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Earth Notes: Plant Galls

Gary Alpert

Lots of plants bear strange-looking swellings on their leaves and stems. These wart-like growths are called galls, and they’re the direct result of mites and insects injecting chemicals into the plant’s tissue during rapid cell division.

Some stem galls look like miniature apples, others like hairy spikes, and on leaves a few resemble flat woolly buttons. Oaks, willows, evergreens, and desert shrubs each have a unique and specific subset of galls.

Insects responsible for these motley forms include many distinct species of miniature wasps and flies. Larvae of these insects find within the bizarre growths both protection from enemies and a secure food source.

To be galled, if you are a plant, means to be irritated either physically or chemically by an insect you cannot avoid. The response of the plant’s tissue—making a growth that encases the larvae—only helps the intruder survive. Scientists know of no benefit plants get from the presence of galls.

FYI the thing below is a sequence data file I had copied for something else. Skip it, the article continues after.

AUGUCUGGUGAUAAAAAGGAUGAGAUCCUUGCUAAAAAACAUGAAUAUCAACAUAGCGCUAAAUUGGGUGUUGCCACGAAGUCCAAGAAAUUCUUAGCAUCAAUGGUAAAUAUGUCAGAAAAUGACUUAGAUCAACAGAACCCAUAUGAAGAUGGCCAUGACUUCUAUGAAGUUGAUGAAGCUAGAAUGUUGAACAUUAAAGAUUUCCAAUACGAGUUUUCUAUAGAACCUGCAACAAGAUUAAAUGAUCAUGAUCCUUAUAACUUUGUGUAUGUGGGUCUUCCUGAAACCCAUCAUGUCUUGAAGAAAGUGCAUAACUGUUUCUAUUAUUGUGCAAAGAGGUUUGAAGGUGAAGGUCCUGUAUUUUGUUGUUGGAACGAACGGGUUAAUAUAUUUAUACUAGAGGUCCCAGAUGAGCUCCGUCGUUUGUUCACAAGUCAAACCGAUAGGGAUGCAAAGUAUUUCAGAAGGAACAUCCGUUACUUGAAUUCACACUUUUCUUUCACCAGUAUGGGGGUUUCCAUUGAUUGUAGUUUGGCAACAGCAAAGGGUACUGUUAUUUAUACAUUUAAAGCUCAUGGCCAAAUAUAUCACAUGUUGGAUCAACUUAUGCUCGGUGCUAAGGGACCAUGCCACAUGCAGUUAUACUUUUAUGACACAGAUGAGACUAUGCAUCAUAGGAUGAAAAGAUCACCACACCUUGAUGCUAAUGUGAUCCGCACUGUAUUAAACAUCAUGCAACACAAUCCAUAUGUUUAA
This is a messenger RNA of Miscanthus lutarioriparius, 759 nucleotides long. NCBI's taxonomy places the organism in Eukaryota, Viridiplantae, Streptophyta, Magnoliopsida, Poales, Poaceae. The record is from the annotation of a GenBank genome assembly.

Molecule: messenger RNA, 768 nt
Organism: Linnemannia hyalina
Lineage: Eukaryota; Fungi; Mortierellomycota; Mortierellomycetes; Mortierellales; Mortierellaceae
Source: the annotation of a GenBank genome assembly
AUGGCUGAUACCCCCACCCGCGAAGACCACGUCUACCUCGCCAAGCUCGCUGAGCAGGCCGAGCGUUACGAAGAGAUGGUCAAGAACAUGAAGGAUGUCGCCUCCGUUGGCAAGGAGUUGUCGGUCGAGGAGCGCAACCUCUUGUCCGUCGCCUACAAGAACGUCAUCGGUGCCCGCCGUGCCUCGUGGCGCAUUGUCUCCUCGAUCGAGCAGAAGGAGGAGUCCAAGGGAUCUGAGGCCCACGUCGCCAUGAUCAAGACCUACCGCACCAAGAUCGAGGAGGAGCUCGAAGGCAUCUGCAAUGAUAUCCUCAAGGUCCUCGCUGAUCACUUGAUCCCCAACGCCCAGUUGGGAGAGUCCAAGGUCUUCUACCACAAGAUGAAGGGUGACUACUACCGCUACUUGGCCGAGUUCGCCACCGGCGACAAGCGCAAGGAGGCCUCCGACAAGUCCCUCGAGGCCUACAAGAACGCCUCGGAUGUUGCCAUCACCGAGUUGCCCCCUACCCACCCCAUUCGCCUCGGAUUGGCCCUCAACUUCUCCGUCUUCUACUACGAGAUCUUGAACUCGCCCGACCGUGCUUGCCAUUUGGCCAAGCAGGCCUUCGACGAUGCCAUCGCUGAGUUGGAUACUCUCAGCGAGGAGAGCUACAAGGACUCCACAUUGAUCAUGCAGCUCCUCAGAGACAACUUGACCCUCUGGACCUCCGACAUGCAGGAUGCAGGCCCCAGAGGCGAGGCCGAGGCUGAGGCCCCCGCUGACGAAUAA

Still, there’s at least one redeeming feature for humans. Galls are rich in resins and tannic acid which have been used for centuries to make permanent inks. The first recipe for gall ink comes from Pliny the Elder. Texts written with this ink include the Bible and other early religious documents. With the demise of fountain pens, only artists and a few eccentrics use gall ink today.

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